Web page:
While the COVID-19 pandemic revealed vulnerabilities that sent many organizations looking for ways to bring supply chains closer to home, geopolitical tensions have also encouraged companies to avoid dependence on China. MedTech, like the automotive sector, is turning to Mexico where it can easily reach the vast North American market and benefit from favourable trade policies and skilled labour.


Customers selling products into North America especially will gain the benefits of nearshore pricing and the simplified logistics of a border location

President Walter Tarca, Forefront Medical Technology

Expanding Mexican Operations

A number of heavy hitters in the MedTech world — Medline, Medtronic, Philips, GE Medical Systems, Siemens, Smiths Medical, Cardinal Health, and Becton Dickinson among them — already have a well-established presence in Mexico while other international medical technology companies of varying sizes are expanding their operations in the country.

In 2022, the medical device and technology component maker Nordson Medical announced the opening of a new manufacturing facility in Tecate. “Our decision to build our facility in Tecate was driven by several factors including labour availability to ensure that we could staff our facility as we continue to grow, skill level and experience of available labour and staff, and general logistical assessment,” said VP David Zgonc. “Additionally, the relative location to the US and our other operating facilities made sense from simplicity and cost of logistics standpoint.”

More recently, the Singapore-based medical equipment contract manufacturer Forefront Medical Technology decided to open a manufacturing facility in Juarez. “Our Mexico manufacturing plant will provide our global customer base with greater flexibility and choice in deciding where they want their products manufactured,” asserted president Walter Tarca. “Customers selling products into North America especially will gain the benefits of nearshore pricing and the simplified logistics of a border location.”


Supply Chain Resilience

North America, led by the United States, the world’s largest importer, has long been exceedingly reliant on imports from the rest of the world with the value of the region’s total imports, excluding natural resources, growing from 26 to 35 percent of its gross output between 2012 and 2022.

The COVID-19 pandemic uncovered the susceptibility of the globalized supply networks that have become the norm and the need to build more supply chain resilience. And while China has historically been North America’s largest supplier, recent US-China tensions have given companies, another reason to look elsewhere.

“The longer the supply chain is, the easier it is to fall apart. We saw [it] during the pandemic when we couldn’t get product out of China, while Mexico continued to produce with almost no reduction whatsoever,” said Douglas L. Donahue, co-managing partner of Entrada Group, a firm that assists international companies in creating a manufacturing footprint in Mexico.


The Growing Attractiveness of Mexico

In this context, Mexico has emerged as an increasingly viable production option for the rest of North America thanks namely to its geographical proximity, but also to beneficial trade conditions. Not only does the United States-Mexico-Canada Agreement (USMCA) facilitate regional trade, but the country’s  Manufacturing, Maquila and Export Services Industry Program (IMMEX) enables foreign companies to operate in Mexico under a preferential, low-tax cost structure.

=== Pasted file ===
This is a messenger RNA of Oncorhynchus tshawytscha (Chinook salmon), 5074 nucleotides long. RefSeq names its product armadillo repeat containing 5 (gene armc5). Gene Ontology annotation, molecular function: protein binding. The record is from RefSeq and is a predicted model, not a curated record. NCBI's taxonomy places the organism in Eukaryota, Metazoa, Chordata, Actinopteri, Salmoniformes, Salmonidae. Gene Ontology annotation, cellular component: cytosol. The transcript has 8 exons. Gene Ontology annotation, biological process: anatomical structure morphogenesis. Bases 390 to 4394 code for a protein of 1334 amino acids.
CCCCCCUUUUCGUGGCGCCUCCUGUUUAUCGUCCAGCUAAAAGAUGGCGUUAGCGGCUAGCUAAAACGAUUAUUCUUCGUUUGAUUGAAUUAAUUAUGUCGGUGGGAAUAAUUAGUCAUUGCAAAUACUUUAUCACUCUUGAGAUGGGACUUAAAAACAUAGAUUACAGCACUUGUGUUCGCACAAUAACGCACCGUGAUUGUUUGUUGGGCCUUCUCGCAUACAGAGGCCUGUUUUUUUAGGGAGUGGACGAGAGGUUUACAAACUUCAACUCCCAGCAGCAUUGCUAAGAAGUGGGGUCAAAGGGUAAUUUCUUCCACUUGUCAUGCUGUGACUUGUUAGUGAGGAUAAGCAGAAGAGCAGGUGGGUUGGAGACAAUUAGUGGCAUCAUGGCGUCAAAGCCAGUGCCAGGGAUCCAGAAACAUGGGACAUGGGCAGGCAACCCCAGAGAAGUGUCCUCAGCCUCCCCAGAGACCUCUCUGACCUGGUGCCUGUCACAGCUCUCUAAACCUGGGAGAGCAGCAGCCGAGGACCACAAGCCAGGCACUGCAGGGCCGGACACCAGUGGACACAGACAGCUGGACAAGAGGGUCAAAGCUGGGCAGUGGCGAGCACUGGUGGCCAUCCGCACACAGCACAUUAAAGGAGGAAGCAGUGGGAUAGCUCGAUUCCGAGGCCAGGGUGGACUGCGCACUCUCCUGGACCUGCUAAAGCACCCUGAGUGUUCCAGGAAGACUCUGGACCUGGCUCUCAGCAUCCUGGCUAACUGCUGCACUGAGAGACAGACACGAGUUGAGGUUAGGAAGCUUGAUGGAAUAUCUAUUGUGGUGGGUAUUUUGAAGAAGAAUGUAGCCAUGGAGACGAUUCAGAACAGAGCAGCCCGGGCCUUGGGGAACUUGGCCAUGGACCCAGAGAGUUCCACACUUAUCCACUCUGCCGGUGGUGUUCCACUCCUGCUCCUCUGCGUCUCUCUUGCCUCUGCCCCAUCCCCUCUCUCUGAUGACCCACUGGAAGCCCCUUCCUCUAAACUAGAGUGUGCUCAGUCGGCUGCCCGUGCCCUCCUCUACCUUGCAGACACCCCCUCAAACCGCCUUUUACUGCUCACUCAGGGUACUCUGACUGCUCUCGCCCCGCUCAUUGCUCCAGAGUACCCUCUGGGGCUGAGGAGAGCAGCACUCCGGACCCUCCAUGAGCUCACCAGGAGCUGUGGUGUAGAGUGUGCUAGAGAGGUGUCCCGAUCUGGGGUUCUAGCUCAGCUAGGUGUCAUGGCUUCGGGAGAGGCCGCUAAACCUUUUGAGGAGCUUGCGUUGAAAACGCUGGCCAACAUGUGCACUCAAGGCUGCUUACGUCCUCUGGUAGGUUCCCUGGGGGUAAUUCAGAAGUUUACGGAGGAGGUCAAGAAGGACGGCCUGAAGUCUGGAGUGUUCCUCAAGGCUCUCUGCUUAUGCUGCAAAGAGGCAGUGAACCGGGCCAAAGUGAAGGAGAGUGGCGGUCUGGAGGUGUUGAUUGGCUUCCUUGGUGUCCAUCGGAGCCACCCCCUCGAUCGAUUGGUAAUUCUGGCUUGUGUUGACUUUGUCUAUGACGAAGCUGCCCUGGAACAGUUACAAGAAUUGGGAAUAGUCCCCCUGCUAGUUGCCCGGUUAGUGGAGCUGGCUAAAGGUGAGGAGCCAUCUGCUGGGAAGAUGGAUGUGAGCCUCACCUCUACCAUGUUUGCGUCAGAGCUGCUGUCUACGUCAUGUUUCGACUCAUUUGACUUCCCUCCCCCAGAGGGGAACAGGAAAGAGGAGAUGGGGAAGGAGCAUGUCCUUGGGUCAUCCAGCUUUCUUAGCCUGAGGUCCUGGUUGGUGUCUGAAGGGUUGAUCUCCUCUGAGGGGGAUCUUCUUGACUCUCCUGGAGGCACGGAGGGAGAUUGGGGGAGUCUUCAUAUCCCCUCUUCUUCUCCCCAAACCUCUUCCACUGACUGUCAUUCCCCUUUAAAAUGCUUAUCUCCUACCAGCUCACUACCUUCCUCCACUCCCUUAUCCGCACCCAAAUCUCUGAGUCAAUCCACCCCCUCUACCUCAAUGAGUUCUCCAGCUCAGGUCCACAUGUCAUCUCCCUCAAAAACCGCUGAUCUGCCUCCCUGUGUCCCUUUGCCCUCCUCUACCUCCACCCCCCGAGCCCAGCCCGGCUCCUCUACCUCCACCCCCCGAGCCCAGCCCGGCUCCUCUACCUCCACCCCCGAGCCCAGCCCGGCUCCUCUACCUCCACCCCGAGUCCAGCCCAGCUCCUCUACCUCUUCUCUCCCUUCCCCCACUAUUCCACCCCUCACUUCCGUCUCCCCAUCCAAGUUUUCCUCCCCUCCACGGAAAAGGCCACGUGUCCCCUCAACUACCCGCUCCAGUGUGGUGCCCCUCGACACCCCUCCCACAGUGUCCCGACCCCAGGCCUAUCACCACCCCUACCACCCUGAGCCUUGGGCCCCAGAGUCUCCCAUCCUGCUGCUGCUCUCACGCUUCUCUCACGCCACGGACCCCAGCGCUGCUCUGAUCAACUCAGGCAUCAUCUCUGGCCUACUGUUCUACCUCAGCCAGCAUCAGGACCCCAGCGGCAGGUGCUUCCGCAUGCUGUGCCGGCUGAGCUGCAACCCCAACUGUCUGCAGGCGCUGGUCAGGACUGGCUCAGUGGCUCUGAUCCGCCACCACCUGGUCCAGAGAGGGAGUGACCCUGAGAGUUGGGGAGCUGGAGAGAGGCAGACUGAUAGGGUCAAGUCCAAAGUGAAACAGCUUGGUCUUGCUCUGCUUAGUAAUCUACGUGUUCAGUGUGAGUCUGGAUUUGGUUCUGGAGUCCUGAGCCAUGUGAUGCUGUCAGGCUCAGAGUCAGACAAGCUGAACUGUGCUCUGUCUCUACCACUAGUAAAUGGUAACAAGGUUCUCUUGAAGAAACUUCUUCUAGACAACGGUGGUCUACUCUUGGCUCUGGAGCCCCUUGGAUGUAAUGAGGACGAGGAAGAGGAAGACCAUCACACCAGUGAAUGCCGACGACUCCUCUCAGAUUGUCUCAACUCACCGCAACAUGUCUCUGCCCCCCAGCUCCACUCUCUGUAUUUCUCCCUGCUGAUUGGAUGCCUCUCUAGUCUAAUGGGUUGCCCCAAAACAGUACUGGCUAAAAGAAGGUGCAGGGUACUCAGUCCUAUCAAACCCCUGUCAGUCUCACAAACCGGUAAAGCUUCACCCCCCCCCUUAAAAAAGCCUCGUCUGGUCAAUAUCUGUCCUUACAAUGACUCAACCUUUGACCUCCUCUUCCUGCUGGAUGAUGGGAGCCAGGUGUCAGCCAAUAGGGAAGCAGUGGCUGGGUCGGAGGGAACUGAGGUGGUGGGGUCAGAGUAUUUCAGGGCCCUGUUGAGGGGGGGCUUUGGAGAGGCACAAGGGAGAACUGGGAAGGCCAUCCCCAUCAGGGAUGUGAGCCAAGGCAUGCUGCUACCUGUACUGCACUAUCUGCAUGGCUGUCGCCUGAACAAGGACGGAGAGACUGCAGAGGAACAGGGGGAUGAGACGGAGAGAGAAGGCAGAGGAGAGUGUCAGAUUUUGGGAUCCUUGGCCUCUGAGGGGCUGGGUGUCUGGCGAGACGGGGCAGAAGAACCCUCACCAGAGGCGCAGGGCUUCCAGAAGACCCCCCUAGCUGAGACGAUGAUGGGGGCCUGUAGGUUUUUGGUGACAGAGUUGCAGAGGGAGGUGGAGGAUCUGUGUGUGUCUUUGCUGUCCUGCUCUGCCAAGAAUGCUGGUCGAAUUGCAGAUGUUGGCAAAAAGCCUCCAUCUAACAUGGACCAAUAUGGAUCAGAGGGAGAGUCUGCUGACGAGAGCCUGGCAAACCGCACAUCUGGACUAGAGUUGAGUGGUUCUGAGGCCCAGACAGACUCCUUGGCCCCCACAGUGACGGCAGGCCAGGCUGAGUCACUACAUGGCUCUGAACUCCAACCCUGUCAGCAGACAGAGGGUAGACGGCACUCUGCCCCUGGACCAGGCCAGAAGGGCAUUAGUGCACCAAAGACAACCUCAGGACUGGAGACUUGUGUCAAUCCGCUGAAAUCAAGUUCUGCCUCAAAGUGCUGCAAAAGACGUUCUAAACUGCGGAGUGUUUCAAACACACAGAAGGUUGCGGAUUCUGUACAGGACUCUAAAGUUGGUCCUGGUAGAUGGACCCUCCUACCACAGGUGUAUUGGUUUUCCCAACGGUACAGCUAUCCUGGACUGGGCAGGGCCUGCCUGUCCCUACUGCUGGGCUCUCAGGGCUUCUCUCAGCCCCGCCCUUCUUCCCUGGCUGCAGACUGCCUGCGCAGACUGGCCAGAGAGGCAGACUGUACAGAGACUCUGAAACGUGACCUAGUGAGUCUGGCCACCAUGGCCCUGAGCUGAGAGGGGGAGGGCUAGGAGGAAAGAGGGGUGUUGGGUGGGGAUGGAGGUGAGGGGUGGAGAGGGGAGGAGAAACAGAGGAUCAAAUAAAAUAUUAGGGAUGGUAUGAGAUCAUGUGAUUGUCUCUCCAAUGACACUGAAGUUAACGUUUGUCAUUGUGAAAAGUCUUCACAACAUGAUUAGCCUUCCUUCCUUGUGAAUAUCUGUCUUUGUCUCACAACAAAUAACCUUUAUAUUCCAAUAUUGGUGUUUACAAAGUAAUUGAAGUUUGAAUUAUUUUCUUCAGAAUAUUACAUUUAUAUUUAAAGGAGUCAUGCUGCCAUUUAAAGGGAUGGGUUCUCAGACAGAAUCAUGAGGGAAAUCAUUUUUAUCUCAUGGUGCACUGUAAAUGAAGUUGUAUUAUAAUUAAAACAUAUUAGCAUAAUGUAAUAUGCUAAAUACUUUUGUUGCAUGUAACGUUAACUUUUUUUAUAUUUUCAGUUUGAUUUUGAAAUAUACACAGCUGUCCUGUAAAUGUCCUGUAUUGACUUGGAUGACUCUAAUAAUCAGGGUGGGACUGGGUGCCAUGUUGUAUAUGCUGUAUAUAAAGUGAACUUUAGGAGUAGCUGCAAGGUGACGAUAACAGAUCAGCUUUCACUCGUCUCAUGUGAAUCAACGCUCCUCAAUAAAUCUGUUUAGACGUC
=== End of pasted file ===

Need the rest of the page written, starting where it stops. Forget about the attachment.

Mexico’s skilled workforce is an additional asset as the country transitions to a knowledge-based economy with its manufacturing clusters supplying localized concentrations of skilled workers. “The greatest benefit of nearshoring … to Mexico is that the country offers a highly-trained and educated workforce,” said Jorge Gonzalez Henrichsen, co-CEO of Nearshore Co., which helps medical device organizations set up their operations in Mexico.

Relocating to Mexico can translate into important savings for companies. According to McKinsey, certain production lines stand to save 15 to 25 percent of their total landed cost and the automakers  FordTeslaAudi and BMW have already taken notice and set up operations there.

Another factor swaying the MedTech industry’s decision to establish operations in Mexico is the US hike on tariffs on medical products imported from China. “Under the Trump Administration and carried by the Biden Administration, there have been tariffs put on a number of different medical device products,” said Donahue.


Bureaucracy and Political Climate

Setting up shop in Mexico is not without difficulties with local bureaucracy, like the lengthy approvals  from the Federal Committee for Protection from Sanitary Risks (COFEPRIS), at the top of the list. “The process tends to be slower than in other countries,” says Henrichsen.

Another concern is the current not particularly business-friendly MORENA party government under president Andres Manuel Lopez Obrador. “Much of the nearshoring interest in Mexico is occurring in spite of Mexico’s government’s policies, rather than because of them,” said Ryan Berg, Director of the Americas Program at the Center for Strategic & International Studies in a recent interview.

While the country’s upcoming elections may see a shake up, there is an additional obstacle when it comes to Mexico’s desirability for business: corruption. According to the 2022 Corruption Perception Index, Mexico ranked 126 out of 180 countries with more corruption in the world.